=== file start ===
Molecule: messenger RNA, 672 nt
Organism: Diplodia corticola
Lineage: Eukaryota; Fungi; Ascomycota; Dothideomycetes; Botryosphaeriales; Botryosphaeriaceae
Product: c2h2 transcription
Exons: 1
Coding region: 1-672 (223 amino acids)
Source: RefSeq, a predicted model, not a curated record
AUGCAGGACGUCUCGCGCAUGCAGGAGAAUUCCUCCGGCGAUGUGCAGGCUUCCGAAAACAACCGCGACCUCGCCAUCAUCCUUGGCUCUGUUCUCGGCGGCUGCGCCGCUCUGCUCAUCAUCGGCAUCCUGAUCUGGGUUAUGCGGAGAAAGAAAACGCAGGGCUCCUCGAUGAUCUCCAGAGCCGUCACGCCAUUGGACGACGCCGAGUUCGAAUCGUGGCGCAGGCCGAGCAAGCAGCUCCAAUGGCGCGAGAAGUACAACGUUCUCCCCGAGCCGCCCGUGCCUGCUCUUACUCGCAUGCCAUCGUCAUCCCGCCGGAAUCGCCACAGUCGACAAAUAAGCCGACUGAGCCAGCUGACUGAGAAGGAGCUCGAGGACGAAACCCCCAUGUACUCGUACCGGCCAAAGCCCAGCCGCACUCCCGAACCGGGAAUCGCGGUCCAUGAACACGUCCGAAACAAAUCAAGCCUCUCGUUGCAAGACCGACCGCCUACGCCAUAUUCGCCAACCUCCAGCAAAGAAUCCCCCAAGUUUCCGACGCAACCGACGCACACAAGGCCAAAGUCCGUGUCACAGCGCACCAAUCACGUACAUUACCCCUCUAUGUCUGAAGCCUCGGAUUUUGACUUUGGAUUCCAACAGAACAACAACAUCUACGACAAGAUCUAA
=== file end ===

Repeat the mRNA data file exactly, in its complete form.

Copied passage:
Molecule: messenger RNA, 672 nt
Organism: Diplodia corticola
Lineage: Eukaryota; Fungi; Ascomycota; Dothideomycetes; Botryosphaeriales; Botryosphaeriaceae
Product: c2h2 transcription
Exons: 1
Coding region: 1-672 (223 amino acids)
Source: RefSeq, a predicted model, not a curated record
AUGCAGGACGUCUCGCGCAUGCAGGAGAAUUCCUCCGGCGAUGUGCAGGCUUCCGAAAACAACCGCGACCUCGCCAUCAUCCUUGGCUCUGUUCUCGGCGGCUGCGCCGCUCUGCUCAUCAUCGGCAUCCUGAUCUGGGUUAUGCGGAGAAAGAAAACGCAGGGCUCCUCGAUGAUCUCCAGAGCCGUCACGCCAUUGGACGACGCCGAGUUCGAAUCGUGGCGCAGGCCGAGCAAGCAGCUCCAAUGGCGCGAGAAGUACAACGUUCUCCCCGAGCCGCCCGUGCCUGCUCUUACUCGCAUGCCAUCGUCAUCCCGCCGGAAUCGCCACAGUCGACAAAUAAGCCGACUGAGCCAGCUGACUGAGAAGGAGCUCGAGGACGAAACCCCCAUGUACUCGUACCGGCCAAAGCCCAGCCGCACUCCCGAACCGGGAAUCGCGGUCCAUGAACACGUCCGAAACAAAUCAAGCCUCUCGUUGCAAGACCGACCGCCUACGCCAUAUUCGCCAACCUCCAGCAAAGAAUCCCCCAAGUUUCCGACGCAACCGACGCACACAAGGCCAAAGUCCGUGUCACAGCGCACCAAUCACGUACAUUACCCCUCUAUGUCUGAAGCCUCGGAUUUUGACUUUGGAUUCCAACAGAACAACAACAUCUACGACAAGAUCUAA